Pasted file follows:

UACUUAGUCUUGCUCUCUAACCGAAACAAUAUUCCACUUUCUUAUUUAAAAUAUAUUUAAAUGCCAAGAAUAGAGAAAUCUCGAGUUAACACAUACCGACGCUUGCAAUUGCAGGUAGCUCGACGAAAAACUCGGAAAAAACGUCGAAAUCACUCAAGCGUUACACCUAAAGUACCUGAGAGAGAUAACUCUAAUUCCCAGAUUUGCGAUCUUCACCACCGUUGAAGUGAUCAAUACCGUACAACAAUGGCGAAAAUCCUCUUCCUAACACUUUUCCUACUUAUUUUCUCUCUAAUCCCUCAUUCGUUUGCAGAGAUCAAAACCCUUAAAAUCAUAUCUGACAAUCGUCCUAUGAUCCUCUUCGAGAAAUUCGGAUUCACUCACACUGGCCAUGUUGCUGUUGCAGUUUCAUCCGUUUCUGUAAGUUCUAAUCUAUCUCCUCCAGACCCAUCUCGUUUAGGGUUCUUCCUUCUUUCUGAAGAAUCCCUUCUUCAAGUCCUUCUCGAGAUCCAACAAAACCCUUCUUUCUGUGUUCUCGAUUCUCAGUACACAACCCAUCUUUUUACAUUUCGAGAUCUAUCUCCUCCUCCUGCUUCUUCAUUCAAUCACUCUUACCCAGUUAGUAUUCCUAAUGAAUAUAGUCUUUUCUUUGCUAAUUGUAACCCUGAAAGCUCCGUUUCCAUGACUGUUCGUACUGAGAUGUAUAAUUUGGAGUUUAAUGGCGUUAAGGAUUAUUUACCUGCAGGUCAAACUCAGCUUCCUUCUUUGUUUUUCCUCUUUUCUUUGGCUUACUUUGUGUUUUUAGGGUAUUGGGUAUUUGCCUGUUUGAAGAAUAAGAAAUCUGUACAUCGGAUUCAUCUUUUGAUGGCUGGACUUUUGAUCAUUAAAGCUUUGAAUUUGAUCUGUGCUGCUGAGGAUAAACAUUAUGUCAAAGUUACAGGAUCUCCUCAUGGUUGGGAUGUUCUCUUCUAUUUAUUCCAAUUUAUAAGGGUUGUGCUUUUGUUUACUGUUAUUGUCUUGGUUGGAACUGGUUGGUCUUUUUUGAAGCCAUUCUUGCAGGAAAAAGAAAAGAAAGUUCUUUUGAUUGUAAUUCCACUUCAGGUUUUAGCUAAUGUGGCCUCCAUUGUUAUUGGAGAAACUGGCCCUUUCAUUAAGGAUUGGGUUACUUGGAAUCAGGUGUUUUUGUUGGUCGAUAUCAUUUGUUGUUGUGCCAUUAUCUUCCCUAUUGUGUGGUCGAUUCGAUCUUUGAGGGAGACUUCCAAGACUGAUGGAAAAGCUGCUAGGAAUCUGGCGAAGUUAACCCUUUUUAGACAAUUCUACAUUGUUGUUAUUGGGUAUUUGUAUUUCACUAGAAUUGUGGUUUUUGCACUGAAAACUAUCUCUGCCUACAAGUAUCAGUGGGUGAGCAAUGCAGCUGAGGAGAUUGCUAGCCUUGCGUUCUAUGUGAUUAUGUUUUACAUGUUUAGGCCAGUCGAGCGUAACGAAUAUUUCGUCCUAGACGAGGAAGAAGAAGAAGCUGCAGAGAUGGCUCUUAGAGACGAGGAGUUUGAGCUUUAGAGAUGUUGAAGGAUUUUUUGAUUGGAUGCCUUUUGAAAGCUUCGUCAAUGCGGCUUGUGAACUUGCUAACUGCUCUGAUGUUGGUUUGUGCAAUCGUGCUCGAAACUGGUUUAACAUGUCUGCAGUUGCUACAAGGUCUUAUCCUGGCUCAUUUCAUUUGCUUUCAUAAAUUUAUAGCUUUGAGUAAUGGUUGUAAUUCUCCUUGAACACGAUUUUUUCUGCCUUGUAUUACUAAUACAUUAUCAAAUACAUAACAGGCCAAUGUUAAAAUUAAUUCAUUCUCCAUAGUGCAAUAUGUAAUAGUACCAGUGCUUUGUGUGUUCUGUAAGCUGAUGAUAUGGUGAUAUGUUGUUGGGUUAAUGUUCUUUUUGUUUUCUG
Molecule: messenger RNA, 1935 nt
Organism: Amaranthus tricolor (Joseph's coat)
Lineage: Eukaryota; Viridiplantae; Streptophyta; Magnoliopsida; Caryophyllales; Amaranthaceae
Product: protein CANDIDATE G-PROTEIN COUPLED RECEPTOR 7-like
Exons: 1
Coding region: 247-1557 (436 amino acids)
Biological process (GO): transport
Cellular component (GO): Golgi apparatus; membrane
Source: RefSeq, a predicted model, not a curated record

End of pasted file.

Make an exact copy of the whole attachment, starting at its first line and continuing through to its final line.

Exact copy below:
UACUUAGUCUUGCUCUCUAACCGAAACAAUAUUCCACUUUCUUAUUUAAAAUAUAUUUAAAUGCCAAGAAUAGAGAAAUCUCGAGUUAACACAUACCGACGCUUGCAAUUGCAGGUAGCUCGACGAAAAACUCGGAAAAAACGUCGAAAUCACUCAAGCGUUACACCUAAAGUACCUGAGAGAGAUAACUCUAAUUCCCAGAUUUGCGAUCUUCACCACCGUUGAAGUGAUCAAUACCGUACAACAAUGGCGAAAAUCCUCUUCCUAACACUUUUCCUACUUAUUUUCUCUCUAAUCCCUCAUUCGUUUGCAGAGAUCAAAACCCUUAAAAUCAUAUCUGACAAUCGUCCUAUGAUCCUCUUCGAGAAAUUCGGAUUCACUCACACUGGCCAUGUUGCUGUUGCAGUUUCAUCCGUUUCUGUAAGUUCUAAUCUAUCUCCUCCAGACCCAUCUCGUUUAGGGUUCUUCCUUCUUUCUGAAGAAUCCCUUCUUCAAGUCCUUCUCGAGAUCCAACAAAACCCUUCUUUCUGUGUUCUCGAUUCUCAGUACACAACCCAUCUUUUUACAUUUCGAGAUCUAUCUCCUCCUCCUGCUUCUUCAUUCAAUCACUCUUACCCAGUUAGUAUUCCUAAUGAAUAUAGUCUUUUCUUUGCUAAUUGUAACCCUGAAAGCUCCGUUUCCAUGACUGUUCGUACUGAGAUGUAUAAUUUGGAGUUUAAUGGCGUUAAGGAUUAUUUACCUGCAGGUCAAACUCAGCUUCCUUCUUUGUUUUUCCUCUUUUCUUUGGCUUACUUUGUGUUUUUAGGGUAUUGGGUAUUUGCCUGUUUGAAGAAUAAGAAAUCUGUACAUCGGAUUCAUCUUUUGAUGGCUGGACUUUUGAUCAUUAAAGCUUUGAAUUUGAUCUGUGCUGCUGAGGAUAAACAUUAUGUCAAAGUUACAGGAUCUCCUCAUGGUUGGGAUGUUCUCUUCUAUUUAUUCCAAUUUAUAAGGGUUGUGCUUUUGUUUACUGUUAUUGUCUUGGUUGGAACUGGUUGGUCUUUUUUGAAGCCAUUCUUGCAGGAAAAAGAAAAGAAAGUUCUUUUGAUUGUAAUUCCACUUCAGGUUUUAGCUAAUGUGGCCUCCAUUGUUAUUGGAGAAACUGGCCCUUUCAUUAAGGAUUGGGUUACUUGGAAUCAGGUGUUUUUGUUGGUCGAUAUCAUUUGUUGUUGUGCCAUUAUCUUCCCUAUUGUGUGGUCGAUUCGAUCUUUGAGGGAGACUUCCAAGACUGAUGGAAAAGCUGCUAGGAAUCUGGCGAAGUUAACCCUUUUUAGACAAUUCUACAUUGUUGUUAUUGGGUAUUUGUAUUUCACUAGAAUUGUGGUUUUUGCACUGAAAACUAUCUCUGCCUACAAGUAUCAGUGGGUGAGCAAUGCAGCUGAGGAGAUUGCUAGCCUUGCGUUCUAUGUGAUUAUGUUUUACAUGUUUAGGCCAGUCGAGCGUAACGAAUAUUUCGUCCUAGACGAGGAAGAAGAAGAAGCUGCAGAGAUGGCUCUUAGAGACGAGGAGUUUGAGCUUUAGAGAUGUUGAAGGAUUUUUUGAUUGGAUGCCUUUUGAAAGCUUCGUCAAUGCGGCUUGUGAACUUGCUAACUGCUCUGAUGUUGGUUUGUGCAAUCGUGCUCGAAACUGGUUUAACAUGUCUGCAGUUGCUACAAGGUCUUAUCCUGGCUCAUUUCAUUUGCUUUCAUAAAUUUAUAGCUUUGAGUAAUGGUUGUAAUUCUCCUUGAACACGAUUUUUUCUGCCUUGUAUUACUAAUACAUUAUCAAAUACAUAACAGGCCAAUGUUAAAAUUAAUUCAUUCUCCAUAGUGCAAUAUGUAAUAGUACCAGUGCUUUGUGUGUUCUGUAAGCUGAUGAUAUGGUGAUAUGUUGUUGGGUUAAUGUUCUUUUUGUUUUCUG
Molecule: messenger RNA, 1935 nt
Organism: Amaranthus tricolor (Joseph's coat)
Lineage: Eukaryota; Viridiplantae; Streptophyta; Magnoliopsida; Caryophyllales; Amaranthaceae
Product: protein CANDIDATE G-PROTEIN COUPLED RECEPTOR 7-like
Exons: 1
Coding region: 247-1557 (436 amino acids)
Biological process (GO): transport
Cellular component (GO): Golgi apparatus; membrane
Source: RefSeq, a predicted model, not a curated record